10 August 2017

*** A Perfect Storm Is Brewing in U.S. Foreign Policy

By Reva Goujon

The White House's pledge to put "America First" in its policymaking implies that the president has a responsibility to prioritize his country's problems over the rest of the world's. But making good on that promise isn't as easy as it sounds. After all, the foreign policies of great powers are crafted, not imposed.

If we can assume that every nation follows its own interests, we can also expect the executor of its foreign policy to make sense of a complex geopolitical landscape by internalizing the imperatives and constraints shaping the behavior of itself and its peers. In part this means identifying potential points of competition and collaboration, giving priority to the issues that pose a strategic threat to the republic. It also means teasing out and testing implications, determining the most critical points of stress that demand attention. Excessive ambition, whether driven by egotism or romanticism, will inevitably seep into the foreign policy realm, but it can be tamed. And the greater the power, the more tools at its disposal to form a policy designed to subtly steer its adversaries and allies toward its desired course without any party losing face.

Of course, this approach doesn't preclude conflict. A successful foreign policy, however, will anticipate, manage and even harness clashes to ensure a balance of power that is ultimately intended to preserve the might of the republic. The unique collection of foreign policy challenges facing the United States today will require a particularly deft hand to address as Washington looks to parse the unavoidable disputes from the avoidable ones, and to prepare Americans for them. But the ongoing power struggle between the ideologues and professionals on the White House's policy team seems certain to only intensify, leaving little room for strategic planning and ample room for error in some of the world's most pressing conflicts.

Dangers Of Complacency

by Yoginder K. Alagh

In mythological lore which goes for a lot of ancient Indian history, but which is all that we have, India was called a sone ki chidiya, the golden bird. She was largely invaded from the north-west. Being born in the foothills of the salt range of what is now Pakistan, my ancestors fought the invader and looted him when he returned with the riches of the great kingdoms to the east and south. It is interesting that in issues which relate with the security of India at the most serious level, worried as our ruling groups are over domestic anti-national threats to security, hardly any attention has been paid to the Chinese encirclement of India, dismissed as “nothing very serious”.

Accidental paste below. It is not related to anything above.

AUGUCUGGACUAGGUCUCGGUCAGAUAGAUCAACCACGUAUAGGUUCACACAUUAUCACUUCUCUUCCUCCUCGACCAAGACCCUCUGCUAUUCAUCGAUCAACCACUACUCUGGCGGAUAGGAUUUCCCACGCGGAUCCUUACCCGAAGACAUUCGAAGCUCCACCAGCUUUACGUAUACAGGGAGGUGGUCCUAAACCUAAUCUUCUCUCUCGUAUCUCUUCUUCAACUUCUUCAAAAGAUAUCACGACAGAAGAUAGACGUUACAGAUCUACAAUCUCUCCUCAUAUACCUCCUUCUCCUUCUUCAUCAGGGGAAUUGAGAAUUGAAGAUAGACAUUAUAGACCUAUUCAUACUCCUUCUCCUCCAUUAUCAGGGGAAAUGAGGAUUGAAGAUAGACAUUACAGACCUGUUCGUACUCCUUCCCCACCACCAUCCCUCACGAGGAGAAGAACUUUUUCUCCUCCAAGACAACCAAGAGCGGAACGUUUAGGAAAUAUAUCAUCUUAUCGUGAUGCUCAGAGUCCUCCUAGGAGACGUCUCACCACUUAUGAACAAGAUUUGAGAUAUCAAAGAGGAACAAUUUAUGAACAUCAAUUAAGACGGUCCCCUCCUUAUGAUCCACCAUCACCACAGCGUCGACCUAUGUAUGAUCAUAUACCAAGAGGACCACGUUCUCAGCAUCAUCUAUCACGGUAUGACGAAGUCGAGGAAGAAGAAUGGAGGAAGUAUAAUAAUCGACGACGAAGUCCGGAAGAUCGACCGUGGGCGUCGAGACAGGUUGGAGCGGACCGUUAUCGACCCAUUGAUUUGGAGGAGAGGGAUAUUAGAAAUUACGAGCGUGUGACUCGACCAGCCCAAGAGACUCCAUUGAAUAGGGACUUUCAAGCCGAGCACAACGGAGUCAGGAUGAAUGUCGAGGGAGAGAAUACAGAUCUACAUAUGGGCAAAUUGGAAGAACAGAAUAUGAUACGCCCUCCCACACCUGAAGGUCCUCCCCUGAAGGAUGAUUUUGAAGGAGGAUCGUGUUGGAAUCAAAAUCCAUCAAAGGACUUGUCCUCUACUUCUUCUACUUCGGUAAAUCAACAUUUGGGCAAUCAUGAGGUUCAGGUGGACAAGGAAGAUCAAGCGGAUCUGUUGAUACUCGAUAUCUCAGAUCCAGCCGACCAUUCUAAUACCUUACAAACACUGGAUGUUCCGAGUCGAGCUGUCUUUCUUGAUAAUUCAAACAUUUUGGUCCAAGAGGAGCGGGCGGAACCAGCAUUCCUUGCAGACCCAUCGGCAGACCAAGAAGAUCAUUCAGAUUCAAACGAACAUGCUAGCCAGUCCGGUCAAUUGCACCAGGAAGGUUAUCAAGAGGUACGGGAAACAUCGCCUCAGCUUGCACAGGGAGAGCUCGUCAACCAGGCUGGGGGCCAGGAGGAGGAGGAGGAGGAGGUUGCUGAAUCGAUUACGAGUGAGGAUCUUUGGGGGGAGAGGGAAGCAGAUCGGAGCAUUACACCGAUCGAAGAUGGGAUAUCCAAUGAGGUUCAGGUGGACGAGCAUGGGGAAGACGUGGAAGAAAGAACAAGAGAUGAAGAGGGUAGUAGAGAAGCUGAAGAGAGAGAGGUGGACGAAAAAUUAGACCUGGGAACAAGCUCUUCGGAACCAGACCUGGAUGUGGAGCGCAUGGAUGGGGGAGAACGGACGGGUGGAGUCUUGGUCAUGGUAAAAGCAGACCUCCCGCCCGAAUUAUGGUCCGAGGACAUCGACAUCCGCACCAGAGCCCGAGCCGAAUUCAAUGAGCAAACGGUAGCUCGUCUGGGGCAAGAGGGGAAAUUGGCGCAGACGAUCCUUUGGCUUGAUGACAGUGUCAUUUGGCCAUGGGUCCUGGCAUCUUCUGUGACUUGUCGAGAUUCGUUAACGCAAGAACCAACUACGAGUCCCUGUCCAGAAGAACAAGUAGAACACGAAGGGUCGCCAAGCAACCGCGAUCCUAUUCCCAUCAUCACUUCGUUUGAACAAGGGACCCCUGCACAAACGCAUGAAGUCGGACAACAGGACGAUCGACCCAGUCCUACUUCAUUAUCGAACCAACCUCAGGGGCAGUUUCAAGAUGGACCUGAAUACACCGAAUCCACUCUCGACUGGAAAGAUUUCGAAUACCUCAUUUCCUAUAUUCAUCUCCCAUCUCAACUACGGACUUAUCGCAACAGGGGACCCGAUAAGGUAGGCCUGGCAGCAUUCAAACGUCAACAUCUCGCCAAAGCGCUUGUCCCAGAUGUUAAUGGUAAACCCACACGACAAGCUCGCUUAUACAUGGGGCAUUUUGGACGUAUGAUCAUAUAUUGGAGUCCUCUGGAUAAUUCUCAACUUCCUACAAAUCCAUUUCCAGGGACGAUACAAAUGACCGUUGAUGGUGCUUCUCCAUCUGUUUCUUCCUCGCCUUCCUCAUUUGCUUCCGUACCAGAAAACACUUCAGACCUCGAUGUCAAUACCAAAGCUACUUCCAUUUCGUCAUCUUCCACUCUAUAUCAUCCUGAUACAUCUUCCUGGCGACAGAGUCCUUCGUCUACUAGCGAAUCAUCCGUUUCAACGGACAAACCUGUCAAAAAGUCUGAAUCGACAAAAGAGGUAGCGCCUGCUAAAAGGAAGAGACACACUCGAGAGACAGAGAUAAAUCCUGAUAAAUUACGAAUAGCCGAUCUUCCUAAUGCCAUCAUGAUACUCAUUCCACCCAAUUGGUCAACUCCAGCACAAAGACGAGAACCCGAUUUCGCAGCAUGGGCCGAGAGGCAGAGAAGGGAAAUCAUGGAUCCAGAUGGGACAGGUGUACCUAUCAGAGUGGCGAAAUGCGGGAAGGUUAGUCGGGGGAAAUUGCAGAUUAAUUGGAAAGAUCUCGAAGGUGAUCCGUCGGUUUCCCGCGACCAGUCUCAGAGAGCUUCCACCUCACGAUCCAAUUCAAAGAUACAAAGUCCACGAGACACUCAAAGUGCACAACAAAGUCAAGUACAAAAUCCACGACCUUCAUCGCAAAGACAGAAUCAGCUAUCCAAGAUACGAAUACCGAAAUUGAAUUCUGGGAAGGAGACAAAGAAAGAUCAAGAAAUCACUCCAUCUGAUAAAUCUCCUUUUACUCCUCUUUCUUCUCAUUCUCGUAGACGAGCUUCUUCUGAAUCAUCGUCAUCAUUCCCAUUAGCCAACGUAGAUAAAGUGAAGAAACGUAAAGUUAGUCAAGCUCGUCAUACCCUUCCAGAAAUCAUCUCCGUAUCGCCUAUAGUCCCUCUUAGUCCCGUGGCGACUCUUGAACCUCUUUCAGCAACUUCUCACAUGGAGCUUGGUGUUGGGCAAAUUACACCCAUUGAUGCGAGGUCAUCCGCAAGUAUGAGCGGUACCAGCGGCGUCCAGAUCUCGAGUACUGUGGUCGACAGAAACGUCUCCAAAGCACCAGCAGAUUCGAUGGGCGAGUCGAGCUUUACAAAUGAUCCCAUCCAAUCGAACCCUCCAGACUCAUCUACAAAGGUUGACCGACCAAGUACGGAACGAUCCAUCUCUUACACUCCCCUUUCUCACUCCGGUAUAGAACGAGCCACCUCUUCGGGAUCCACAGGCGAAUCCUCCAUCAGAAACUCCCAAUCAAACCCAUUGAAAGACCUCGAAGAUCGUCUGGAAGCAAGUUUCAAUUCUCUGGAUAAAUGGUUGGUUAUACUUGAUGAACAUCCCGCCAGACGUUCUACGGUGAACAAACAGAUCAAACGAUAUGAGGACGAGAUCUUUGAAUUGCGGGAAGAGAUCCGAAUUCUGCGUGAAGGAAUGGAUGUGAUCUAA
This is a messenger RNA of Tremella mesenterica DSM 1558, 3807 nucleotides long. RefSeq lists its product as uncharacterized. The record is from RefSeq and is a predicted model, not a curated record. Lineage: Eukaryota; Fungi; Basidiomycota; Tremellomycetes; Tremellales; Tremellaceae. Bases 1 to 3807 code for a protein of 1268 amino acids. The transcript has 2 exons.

How (not) to commemorate the Quit India movement

by Hilal Ahmed

The Prime Minister makes an interesting observation in his Mann ki Baat program this month. Evoking the 75 th anniversary of the Quit India movement, he calls upon the Indian citizens to imbibe the message of this great political event. He says:

“….We should celebrate 15th August 2017 as the Sankalp Parva or the Day of Resolve….The need for today is not ‘Do or Die’, instead it is to resolve, to come together, persevere, and work relentlessly with our utmost strength towards the making of a new India. Let us live by and strive for this resolve. Come let’s launch a mega campaign, ‘Sankalp se Siddhi,’ Attainment through Resolve, from the 9th of this August.”

This is a very creative interpretation of the Quit India movement—the movement that transformed the nature of political negotiations with British Empire in mid-1940s. Narendra Modi, in this sense, is absolutely correct in describing the Quit India movement as a marker of “sankalp”, or resolve. His suggestion that 1942-1947 period could also be seen as Sankalp se Siddhi (Resolve to Attainment) underlines the historical trajectories that paved the way for India’s Independence.

Modi is not the first political leader, who attempts to interpret the memories of Quit India movement in his own political context. His appeal to reenact the spirit of 1942-1947 in 2017-2022 reminds us an interesting debate that took place in 1992 when the government decided to celebrate the Golden Jubilee of the Quit India movement by renaming the India Gate lawns as August Kranti Park.

Beyond a Himalayan Standoff: India Is Still Navigating the New Normal on Chinese Investment

By Sarah Watson
Source Link